What is fifth disease?
Fifth disease is a viral infection
caused by human parvovirus B19. In most instances, fifth disease is a relatively mild,
self-limited rash illness of childhood.
Who gets fifth disease?
Anyone can become infected with the virus which causes fifth disease,
but the disease is most often recognized in elementary school-aged
children. Occurrence of parvovirus B19 infection is worldwide and can
occur throughout the year in all age groups as either sporadic cases or as
clusters of cases of fifth disease.
What are the symptoms of fifth disease and when do they
Four to fourteen days after exposure to the virus, an individual may
experience low grade fever and tiredness. This is often followed by a
distinctive facial rash often referred to as "slapped cheeks".
The facial rash may then progress to a lace-like rash on the trunk, legs,
and arms; this rash tends to fade and reappear with changes in
temperature, sunlight, and emotional stress.
Approximately 20 percent of infected children and
adults do not have any symptoms. Some adults do not develop rash but may
complain of painful and swollen joints.
How is fifth disease spread?
The virus is spread by exposure to airborne droplets from the nose and
throat of infected individuals. Approximately 50 percent of susceptible
(have not been previously infected) household contacts of a case of fifth
disease will become infected. In school outbreaks of fifth disease, about
30 percent of susceptible staff and as many as 60 percent of susceptible
children will become infected with the virus.
When and for how long is a person able to spread fifth
Persons with fifth disease usually spread the virus during the week
before the appearance of their rash. By the time their rash is evident,
the individual is no longer spreading the virus.
How is fifth disease diagnosed?
In most cases, fifth disease is diagnosed based on the appearance of
the characteristic rash. In addition, a specific blood test (which is not
widely available) can confirm the diagnosis; this blood test is available
through your local public health agency for those individuals who are at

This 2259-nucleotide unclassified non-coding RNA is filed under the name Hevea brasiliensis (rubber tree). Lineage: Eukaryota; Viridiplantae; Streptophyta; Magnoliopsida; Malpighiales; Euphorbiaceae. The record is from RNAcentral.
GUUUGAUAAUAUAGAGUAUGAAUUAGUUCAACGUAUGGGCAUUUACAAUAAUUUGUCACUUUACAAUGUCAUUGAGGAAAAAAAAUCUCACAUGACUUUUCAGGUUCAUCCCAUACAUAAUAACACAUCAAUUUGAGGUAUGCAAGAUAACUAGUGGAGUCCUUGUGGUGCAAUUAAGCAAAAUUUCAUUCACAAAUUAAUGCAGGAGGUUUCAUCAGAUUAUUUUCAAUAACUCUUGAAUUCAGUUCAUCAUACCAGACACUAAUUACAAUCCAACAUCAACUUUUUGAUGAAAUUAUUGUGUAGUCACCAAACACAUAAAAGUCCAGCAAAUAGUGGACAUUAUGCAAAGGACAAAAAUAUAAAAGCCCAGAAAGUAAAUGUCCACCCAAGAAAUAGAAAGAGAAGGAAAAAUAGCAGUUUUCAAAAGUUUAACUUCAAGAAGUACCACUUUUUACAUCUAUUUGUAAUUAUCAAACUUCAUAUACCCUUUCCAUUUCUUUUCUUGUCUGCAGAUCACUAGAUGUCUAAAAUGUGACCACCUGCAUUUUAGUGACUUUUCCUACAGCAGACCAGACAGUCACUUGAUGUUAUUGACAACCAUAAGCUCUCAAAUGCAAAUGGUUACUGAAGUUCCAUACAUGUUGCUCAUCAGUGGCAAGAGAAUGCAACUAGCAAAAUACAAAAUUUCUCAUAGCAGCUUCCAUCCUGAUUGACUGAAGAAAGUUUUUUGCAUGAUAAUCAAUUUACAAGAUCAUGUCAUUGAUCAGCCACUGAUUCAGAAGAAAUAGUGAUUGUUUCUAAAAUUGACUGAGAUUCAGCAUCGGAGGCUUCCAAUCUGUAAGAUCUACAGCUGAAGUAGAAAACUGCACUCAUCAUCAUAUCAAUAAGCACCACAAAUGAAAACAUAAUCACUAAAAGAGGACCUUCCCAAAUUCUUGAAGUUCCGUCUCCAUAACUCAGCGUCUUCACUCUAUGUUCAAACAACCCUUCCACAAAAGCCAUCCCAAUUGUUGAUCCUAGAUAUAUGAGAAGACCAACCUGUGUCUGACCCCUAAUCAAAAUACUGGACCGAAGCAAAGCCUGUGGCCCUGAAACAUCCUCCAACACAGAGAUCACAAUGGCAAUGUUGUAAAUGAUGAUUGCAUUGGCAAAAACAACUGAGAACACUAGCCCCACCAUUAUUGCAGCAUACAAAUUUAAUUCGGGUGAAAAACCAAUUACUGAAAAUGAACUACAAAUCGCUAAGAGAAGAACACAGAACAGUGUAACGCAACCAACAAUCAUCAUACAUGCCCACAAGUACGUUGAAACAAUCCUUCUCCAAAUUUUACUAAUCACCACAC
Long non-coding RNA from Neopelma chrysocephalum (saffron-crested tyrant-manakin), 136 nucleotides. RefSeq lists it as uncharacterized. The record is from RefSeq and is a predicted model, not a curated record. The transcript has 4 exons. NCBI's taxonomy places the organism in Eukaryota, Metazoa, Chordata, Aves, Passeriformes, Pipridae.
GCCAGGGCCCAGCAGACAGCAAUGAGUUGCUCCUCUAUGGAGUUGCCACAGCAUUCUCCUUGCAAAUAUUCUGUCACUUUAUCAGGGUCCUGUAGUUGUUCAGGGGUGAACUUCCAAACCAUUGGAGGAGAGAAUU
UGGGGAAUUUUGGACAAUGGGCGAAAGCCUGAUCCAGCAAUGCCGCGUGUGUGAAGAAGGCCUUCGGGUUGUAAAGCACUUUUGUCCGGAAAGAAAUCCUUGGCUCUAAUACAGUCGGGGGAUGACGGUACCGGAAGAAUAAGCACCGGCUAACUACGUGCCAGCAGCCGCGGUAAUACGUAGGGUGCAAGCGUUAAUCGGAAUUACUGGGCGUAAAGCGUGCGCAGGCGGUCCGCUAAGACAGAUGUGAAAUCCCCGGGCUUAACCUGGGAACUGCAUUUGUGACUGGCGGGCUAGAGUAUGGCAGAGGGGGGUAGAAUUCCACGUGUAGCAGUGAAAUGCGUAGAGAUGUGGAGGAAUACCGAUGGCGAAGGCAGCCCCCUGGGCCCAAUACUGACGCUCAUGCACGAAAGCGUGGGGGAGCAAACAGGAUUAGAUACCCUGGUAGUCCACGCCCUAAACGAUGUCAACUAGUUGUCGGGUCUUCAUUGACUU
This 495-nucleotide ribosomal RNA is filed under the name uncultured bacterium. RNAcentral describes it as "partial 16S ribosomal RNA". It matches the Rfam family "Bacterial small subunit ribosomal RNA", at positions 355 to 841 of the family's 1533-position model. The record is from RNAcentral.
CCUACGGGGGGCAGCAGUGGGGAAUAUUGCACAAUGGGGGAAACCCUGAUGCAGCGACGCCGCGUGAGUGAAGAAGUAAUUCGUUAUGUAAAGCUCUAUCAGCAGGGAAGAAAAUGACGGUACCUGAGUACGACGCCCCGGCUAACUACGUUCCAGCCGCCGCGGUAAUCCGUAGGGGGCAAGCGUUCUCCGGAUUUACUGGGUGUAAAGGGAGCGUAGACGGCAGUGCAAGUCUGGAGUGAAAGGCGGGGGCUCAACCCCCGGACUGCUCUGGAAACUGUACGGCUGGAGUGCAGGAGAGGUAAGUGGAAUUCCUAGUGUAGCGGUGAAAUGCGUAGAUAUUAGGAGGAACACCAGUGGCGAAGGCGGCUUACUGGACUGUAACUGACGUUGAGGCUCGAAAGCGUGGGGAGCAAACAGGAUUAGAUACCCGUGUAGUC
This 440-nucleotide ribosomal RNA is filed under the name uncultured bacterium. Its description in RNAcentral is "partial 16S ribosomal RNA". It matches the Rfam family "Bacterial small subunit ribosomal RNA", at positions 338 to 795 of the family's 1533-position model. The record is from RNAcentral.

risk of serious consequences (severe anemia or miscarriage) if infected
with B19 virus.
Does past infection with the virus make a person
It is thought that persons who have previously been infected acquire
long-term or lifelong immunity. Studies have shown that approximately 50
percent of adults may be immune to parvovirus B19.
What are the complications associated with fifth
While most individuals infected with parvovirus B19 virus will
experience a mild, self-limited infection, newly emerging information
suggests that some individuals may be at increased risk if they become
infected with this virus. While most women infected during pregnancy will
not be affected, limited studies have shown that parvovirus B19 may infect
the fetus and increase the risk of miscarriage within the first 20 weeks
of pregnancy. In individuals with impaired immune function (eg. leukemia
or cancer) or with chronic red blood cell disorders, such as sickle-cell
disease, infection may result in severe anemia.
Persons who are exposed to parvovirus B19 and are either
pregnant or have an impaired immune function or a chronic red blood cell
disorder should consult with their physician.
Where can I call for additional information regarding
fifth disease during pregnancy? How can I arrange to have a blood test
done if I am pregnant and have been exposed to a case of fifth disease?
In addition to your physician, further information about fifth disease
and arrangements for blood testing can be obtained from your local public
What is the treatment for fifth disease?
At this time there is no specific treatment beyond the supportive
blood transfusions which are sometimes necessary for those with impaired
immune function or chronic red blood cell disorders.
Is there a vaccine against the virus which causes fifth
There is currently no vaccine to prevent infection with this virus.
What can be done to prevent the spread of fifth
Measures to effectively control fifth disease have not been developed
yet. When outbreaks of fifth disease occur in a school or community,
options for preventing transmission are limited. Because the risk of
transmitting B19 virus to others is greatest before signs and
symptoms develop, transmission cannot be prevented by identifying and
excluding symptomatic individuals. Individuals with fifth disease should not
be excluded from schools or daycare centers unless they have a fever. When
their fever subsides and they feel well, they can return to school and
daycare. Good handwashing may be a practical and effective method to
reduce spread of virus in schools or daycare centers where there are known